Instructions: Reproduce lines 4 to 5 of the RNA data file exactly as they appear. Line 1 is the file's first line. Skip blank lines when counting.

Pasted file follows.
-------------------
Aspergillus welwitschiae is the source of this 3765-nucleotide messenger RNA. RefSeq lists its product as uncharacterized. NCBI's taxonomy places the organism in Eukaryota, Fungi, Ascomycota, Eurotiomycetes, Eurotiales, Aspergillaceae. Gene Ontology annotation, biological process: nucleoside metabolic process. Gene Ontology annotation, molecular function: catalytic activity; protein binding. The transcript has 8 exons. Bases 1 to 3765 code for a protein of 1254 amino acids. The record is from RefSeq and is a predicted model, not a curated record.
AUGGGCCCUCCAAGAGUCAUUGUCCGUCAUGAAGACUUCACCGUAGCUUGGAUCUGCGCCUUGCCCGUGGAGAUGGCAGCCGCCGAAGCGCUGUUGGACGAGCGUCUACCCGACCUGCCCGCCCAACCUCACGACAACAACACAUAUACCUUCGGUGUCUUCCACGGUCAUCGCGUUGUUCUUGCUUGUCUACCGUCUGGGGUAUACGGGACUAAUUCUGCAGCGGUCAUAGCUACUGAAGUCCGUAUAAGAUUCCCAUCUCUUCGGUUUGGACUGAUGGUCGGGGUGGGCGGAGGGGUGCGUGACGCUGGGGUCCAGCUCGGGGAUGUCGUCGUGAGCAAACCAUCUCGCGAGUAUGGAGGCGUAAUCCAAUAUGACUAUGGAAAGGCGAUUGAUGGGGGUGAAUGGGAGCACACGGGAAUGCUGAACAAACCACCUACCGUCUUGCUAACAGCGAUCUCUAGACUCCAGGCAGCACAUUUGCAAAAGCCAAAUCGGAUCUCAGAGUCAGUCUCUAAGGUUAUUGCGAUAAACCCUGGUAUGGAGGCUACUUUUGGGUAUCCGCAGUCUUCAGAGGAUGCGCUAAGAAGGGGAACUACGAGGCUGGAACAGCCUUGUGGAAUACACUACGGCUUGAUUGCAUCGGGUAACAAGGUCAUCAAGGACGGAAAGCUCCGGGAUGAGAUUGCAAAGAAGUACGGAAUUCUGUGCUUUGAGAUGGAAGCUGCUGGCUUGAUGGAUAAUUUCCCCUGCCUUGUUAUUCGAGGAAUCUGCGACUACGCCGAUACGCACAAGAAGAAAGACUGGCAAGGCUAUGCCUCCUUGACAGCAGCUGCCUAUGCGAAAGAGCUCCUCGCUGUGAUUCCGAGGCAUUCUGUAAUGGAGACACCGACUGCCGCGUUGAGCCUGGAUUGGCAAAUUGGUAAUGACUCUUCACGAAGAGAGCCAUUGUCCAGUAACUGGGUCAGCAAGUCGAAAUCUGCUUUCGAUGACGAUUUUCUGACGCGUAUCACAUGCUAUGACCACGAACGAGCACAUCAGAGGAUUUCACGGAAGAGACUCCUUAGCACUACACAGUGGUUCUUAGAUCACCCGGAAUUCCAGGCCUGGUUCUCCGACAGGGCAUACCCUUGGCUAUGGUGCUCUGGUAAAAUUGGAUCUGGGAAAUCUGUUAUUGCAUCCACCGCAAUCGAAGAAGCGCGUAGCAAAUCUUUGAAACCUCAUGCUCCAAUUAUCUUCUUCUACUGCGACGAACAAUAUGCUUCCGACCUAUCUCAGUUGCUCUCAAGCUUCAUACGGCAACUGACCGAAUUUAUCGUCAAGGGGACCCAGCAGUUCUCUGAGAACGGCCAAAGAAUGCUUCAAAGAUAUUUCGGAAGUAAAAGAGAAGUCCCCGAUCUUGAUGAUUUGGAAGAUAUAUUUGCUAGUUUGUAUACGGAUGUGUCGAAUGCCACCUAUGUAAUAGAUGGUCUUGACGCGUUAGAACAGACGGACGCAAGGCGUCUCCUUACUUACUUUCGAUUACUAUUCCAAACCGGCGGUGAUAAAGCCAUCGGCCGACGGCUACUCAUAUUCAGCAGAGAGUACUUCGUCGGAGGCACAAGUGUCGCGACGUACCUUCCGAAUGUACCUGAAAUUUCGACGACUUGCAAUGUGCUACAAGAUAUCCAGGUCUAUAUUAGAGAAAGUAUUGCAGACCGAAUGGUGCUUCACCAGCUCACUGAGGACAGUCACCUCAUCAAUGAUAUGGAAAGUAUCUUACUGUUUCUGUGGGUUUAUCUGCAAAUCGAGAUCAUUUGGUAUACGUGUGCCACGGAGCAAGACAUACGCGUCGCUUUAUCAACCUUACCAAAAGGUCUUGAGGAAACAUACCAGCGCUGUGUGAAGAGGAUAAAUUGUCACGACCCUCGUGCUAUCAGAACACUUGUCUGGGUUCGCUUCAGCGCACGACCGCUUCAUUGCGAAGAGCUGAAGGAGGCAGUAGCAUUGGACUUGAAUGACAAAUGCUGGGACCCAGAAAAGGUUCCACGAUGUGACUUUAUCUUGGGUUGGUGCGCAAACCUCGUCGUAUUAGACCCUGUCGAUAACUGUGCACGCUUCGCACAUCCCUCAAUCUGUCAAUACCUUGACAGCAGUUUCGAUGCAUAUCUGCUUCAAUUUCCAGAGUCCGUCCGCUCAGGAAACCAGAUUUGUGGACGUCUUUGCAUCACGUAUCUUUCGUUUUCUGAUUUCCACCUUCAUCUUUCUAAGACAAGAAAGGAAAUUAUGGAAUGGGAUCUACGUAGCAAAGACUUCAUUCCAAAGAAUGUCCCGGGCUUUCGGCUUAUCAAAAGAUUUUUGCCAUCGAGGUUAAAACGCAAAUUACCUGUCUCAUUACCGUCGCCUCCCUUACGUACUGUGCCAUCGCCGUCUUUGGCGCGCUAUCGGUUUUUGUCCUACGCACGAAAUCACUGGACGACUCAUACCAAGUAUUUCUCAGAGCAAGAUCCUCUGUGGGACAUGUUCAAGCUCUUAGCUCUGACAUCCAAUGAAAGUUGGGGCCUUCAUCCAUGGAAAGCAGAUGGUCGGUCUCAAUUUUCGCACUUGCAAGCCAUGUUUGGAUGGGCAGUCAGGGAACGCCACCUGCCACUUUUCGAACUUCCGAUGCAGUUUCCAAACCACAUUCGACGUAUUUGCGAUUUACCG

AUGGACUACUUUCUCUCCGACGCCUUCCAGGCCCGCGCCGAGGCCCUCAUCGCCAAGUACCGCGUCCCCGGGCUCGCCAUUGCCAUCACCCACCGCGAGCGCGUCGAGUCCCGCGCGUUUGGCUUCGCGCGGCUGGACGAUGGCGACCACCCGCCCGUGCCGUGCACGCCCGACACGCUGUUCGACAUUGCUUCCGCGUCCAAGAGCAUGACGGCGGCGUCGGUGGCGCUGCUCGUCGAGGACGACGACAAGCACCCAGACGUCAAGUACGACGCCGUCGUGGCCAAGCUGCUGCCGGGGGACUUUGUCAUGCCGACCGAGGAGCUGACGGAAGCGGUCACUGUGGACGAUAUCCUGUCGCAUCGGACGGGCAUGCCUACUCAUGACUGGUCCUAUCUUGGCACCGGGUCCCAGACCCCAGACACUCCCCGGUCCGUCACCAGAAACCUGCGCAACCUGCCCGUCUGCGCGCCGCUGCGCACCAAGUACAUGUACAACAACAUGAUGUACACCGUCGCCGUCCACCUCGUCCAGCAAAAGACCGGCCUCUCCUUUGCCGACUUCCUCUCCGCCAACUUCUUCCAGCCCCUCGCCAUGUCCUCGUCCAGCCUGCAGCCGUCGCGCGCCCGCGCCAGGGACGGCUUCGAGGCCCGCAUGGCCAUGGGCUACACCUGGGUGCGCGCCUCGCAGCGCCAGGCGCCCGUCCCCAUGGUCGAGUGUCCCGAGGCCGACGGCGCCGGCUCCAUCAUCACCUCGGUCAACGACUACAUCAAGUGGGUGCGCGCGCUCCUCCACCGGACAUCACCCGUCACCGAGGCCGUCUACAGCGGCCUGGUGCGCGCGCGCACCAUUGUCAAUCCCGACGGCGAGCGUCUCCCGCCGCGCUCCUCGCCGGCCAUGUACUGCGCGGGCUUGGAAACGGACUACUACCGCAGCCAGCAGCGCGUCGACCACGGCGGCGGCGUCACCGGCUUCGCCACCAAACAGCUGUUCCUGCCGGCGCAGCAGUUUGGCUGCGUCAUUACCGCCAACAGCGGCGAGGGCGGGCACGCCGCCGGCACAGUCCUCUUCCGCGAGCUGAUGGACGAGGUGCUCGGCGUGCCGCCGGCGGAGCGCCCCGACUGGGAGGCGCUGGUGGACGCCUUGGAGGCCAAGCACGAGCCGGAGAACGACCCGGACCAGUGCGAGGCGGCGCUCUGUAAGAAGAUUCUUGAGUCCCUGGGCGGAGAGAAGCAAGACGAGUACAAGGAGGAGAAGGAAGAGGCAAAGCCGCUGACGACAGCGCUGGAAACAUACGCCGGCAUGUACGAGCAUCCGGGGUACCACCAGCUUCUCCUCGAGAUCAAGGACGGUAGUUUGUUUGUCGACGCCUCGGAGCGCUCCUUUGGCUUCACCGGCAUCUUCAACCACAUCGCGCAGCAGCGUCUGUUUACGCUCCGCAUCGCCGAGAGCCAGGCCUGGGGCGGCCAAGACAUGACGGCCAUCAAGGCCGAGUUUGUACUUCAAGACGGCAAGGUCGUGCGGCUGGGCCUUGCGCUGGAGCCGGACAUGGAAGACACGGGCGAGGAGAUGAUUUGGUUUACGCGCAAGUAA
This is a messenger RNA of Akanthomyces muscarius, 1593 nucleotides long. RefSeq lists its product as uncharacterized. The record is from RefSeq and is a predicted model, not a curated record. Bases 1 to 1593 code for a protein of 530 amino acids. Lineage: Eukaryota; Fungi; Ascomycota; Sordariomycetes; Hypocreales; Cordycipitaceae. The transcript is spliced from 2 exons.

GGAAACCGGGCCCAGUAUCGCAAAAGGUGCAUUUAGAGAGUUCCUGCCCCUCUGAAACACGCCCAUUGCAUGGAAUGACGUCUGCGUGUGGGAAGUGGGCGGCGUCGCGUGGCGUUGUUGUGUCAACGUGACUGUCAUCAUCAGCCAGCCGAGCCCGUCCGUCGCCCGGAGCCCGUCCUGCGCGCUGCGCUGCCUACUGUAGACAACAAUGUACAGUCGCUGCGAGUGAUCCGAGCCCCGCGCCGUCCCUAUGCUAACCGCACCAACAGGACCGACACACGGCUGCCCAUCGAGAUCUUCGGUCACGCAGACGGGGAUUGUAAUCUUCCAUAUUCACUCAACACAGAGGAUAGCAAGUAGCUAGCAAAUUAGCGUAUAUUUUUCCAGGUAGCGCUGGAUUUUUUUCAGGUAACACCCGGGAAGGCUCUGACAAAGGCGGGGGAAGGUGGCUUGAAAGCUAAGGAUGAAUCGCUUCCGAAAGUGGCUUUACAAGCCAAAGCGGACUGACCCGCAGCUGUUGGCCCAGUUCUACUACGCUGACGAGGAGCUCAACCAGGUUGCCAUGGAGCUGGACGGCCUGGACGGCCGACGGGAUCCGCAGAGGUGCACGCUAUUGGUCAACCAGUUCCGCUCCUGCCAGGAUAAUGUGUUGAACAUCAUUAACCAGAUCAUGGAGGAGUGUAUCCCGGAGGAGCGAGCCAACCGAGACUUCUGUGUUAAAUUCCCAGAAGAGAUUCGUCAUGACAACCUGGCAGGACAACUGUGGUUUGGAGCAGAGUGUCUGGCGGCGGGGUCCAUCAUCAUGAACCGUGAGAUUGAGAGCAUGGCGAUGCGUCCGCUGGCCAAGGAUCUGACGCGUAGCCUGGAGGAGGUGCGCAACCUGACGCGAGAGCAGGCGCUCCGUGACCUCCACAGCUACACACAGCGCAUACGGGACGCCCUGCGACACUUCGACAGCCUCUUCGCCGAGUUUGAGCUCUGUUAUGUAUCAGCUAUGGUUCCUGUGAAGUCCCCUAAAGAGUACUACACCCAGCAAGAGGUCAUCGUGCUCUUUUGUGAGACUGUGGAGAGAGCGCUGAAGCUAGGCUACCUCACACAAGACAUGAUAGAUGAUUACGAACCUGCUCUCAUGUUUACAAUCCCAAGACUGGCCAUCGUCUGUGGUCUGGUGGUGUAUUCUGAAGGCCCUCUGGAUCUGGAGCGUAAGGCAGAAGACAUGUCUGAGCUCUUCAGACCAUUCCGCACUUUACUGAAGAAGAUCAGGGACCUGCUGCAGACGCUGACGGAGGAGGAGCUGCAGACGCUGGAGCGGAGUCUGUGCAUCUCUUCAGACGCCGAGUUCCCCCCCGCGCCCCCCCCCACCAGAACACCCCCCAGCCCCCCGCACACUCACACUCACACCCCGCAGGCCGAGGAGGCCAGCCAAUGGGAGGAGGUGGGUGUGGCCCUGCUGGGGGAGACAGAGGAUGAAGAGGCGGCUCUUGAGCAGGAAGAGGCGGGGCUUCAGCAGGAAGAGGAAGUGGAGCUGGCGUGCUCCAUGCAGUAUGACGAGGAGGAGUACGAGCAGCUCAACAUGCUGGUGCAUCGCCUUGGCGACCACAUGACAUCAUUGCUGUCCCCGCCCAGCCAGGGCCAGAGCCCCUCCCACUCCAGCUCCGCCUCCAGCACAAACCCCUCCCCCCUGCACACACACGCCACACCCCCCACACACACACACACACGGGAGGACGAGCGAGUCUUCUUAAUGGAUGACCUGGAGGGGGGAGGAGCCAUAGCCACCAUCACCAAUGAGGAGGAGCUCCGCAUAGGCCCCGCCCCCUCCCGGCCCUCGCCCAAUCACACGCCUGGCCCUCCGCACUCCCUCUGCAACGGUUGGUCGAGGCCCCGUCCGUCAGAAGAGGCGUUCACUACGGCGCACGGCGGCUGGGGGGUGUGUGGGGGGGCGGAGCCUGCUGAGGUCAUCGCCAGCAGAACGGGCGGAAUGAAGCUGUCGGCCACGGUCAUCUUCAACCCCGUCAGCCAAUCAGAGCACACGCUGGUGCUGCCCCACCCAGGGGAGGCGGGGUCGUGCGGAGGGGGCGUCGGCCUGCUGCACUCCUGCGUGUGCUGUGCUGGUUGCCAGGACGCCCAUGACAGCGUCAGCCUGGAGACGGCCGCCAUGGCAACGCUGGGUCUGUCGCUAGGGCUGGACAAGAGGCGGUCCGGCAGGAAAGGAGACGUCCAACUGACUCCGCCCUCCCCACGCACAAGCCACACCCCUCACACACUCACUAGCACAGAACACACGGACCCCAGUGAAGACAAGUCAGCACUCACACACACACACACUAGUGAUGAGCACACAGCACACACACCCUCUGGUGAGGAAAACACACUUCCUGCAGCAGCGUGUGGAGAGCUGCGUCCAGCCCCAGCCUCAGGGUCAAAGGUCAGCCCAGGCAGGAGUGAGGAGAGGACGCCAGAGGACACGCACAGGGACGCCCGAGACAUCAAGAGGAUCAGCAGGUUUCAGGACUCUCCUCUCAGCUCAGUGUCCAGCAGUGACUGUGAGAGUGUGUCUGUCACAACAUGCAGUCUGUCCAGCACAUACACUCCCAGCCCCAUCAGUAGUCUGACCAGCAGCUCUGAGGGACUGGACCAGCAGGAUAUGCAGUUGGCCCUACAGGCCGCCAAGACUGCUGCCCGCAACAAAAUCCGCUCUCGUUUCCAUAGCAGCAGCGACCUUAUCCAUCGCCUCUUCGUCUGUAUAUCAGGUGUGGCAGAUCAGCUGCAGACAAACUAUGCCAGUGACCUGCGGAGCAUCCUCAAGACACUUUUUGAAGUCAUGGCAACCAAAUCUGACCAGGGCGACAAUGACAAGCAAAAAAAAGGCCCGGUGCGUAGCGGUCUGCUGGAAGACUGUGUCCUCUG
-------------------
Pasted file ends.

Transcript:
This is a messenger RNA of Akanthomyces muscarius, 1593 nucleotides long. RefSeq lists its product as uncharacterized. The record is from RefSeq and is a predicted model, not a curated record. Bases 1 to 1593 code for a protein of 530 amino acids. Lineage: Eukaryota; Fungi; Ascomycota; Sordariomycetes; Hypocreales; Cordycipitaceae. The transcript is spliced from 2 exons.

GGAAACCGGGCCCAGUAUCGCAAAAGGUGCAUUUAGAGAGUUCCUGCCCCUCUGAAACACGCCCAUUGCAUGGAAUGACGUCUGCGUGUGGGAAGUGGGCGGCGUCGCGUGGCGUUGUUGUGUCAACGUGACUGUCAUCAUCAGCCAGCCGAGCCCGUCCGUCGCCCGGAGCCCGUCCUGCGCGCUGCGCUGCCUACUGUAGACAACAAUGUACAGUCGCUGCGAGUGAUCCGAGCCCCGCGCCGUCCCUAUGCUAACCGCACCAACAGGACCGACACACGGCUGCCCAUCGAGAUCUUCGGUCACGCAGACGGGGAUUGUAAUCUUCCAUAUUCACUCAACACAGAGGAUAGCAAGUAGCUAGCAAAUUAGCGUAUAUUUUUCCAGGUAGCGCUGGAUUUUUUUCAGGUAACACCCGGGAAGGCUCUGACAAAGGCGGGGGAAGGUGGCUUGAAAGCUAAGGAUGAAUCGCUUCCGAAAGUGGCUUUACAAGCCAAAGCGGACUGACCCGCAGCUGUUGGCCCAGUUCUACUACGCUGACGAGGAGCUCAACCAGGUUGCCAUGGAGCUGGACGGCCUGGACGGCCGACGGGAUCCGCAGAGGUGCACGCUAUUGGUCAACCAGUUCCGCUCCUGCCAGGAUAAUGUGUUGAACAUCAUUAACCAGAUCAUGGAGGAGUGUAUCCCGGAGGAGCGAGCCAACCGAGACUUCUGUGUUAAAUUCCCAGAAGAGAUUCGUCAUGACAACCUGGCAGGACAACUGUGGUUUGGAGCAGAGUGUCUGGCGGCGGGGUCCAUCAUCAUGAACCGUGAGAUUGAGAGCAUGGCGAUGCGUCCGCUGGCCAAGGAUCUGACGCGUAGCCUGGAGGAGGUGCGCAACCUGACGCGAGAGCAGGCGCUCCGUGACCUCCACAGCUACACACAGCGCAUACGGGACGCCCUGCGACACUUCGACAGCCUCUUCGCCGAGUUUGAGCUCUGUUAUGUAUCAGCUAUGGUUCCUGUGAAGUCCCCUAAAGAGUACUACACCCAGCAAGAGGUCAUCGUGCUCUUUUGUGAGACUGUGGAGAGAGCGCUGAAGCUAGGCUACCUCACACAAGACAUGAUAGAUGAUUACGAACCUGCUCUCAUGUUUACAAUCCCAAGACUGGCCAUCGUCUGUGGUCUGGUGGUGUAUUCUGAAGGCCCUCUGGAUCUGGAGCGUAAGGCAGAAGACAUGUCUGAGCUCUUCAGACCAUUCCGCACUUUACUGAAGAAGAUCAGGGACCUGCUGCAGACGCUGACGGAGGAGGAGCUGCAGACGCUGGAGCGGAGUCUGUGCAUCUCUUCAGACGCCGAGUUCCCCCCCGCGCCCCCCCCCACCAGAACACCCCCCAGCCCCCCGCACACUCACACUCACACCCCGCAGGCCGAGGAGGCCAGCCAAUGGGAGGAGGUGGGUGUGGCCCUGCUGGGGGAGACAGAGGAUGAAGAGGCGGCUCUUGAGCAGGAAGAGGCGGGGCUUCAGCAGGAAGAGGAAGUGGAGCUGGCGUGCUCCAUGCAGUAUGACGAGGAGGAGUACGAGCAGCUCAACAUGCUGGUGCAUCGCCUUGGCGACCACAUGACAUCAUUGCUGUCCCCGCCCAGCCAGGGCCAGAGCCCCUCCCACUCCAGCUCCGCCUCCAGCACAAACCCCUCCCCCCUGCACACACACGCCACACCCCCCACACACACACACACACGGGAGGACGAGCGAGUCUUCUUAAUGGAUGACCUGGAGGGGGGAGGAGCCAUAGCCACCAUCACCAAUGAGGAGGAGCUCCGCAUAGGCCCCGCCCCCUCCCGGCCCUCGCCCAAUCACACGCCUGGCCCUCCGCACUCCCUCUGCAACGGUUGGUCGAGGCCCCGUCCGUCAGAAGAGGCGUUCACUACGGCGCACGGCGGCUGGGGGGUGUGUGGGGGGGCGGAGCCUGCUGAGGUCAUCGCCAGCAGAACGGGCGGAAUGAAGCUGUCGGCCACGGUCAUCUUCAACCCCGUCAGCCAAUCAGAGCACACGCUGGUGCUGCCCCACCCAGGGGAGGCGGGGUCGUGCGGAGGGGGCGUCGGCCUGCUGCACUCCUGCGUGUGCUGUGCUGGUUGCCAGGACGCCCAUGACAGCGUCAGCCUGGAGACGGCCGCCAUGGCAACGCUGGGUCUGUCGCUAGGGCUGGACAAGAGGCGGUCCGGCAGGAAAGGAGACGUCCAACUGACUCCGCCCUCCCCACGCACAAGCCACACCCCUCACACACUCACUAGCACAGAACACACGGACCCCAGUGAAGACAAGUCAGCACUCACACACACACACACUAGUGAUGAGCACACAGCACACACACCCUCUGGUGAGGAAAACACACUUCCUGCAGCAGCGUGUGGAGAGCUGCGUCCAGCCCCAGCCUCAGGGUCAAAGGUCAGCCCAGGCAGGAGUGAGGAGAGGACGCCAGAGGACACGCACAGGGACGCCCGAGACAUCAAGAGGAUCAGCAGGUUUCAGGACUCUCCUCUCAGCUCAGUGUCCAGCAGUGACUGUGAGAGUGUGUCUGUCACAACAUGCAGUCUGUCCAGCACAUACACUCCCAGCCCCAUCAGUAGUCUGACCAGCAGCUCUGAGGGACUGGACCAGCAGGAUAUGCAGUUGGCCCUACAGGCCGCCAAGACUGCUGCCCGCAACAAAAUCCGCUCUCGUUUCCAUAGCAGCAGCGACCUUAUCCAUCGCCUCUUCGUCUGUAUAUCAGGUGUGGCAGAUCAGCUGCAGACAAACUAUGCCAGUGACCUGCGGAGCAUCCUCAAGACACUUUUUGAAGUCAUGGCAACCAAAUCUGACCAGGGCGACAAUGACAAGCAAAAAAAAGGCCCGGUGCGUAGCGGUCUGCUGGAAGACUGUGUCCUCUG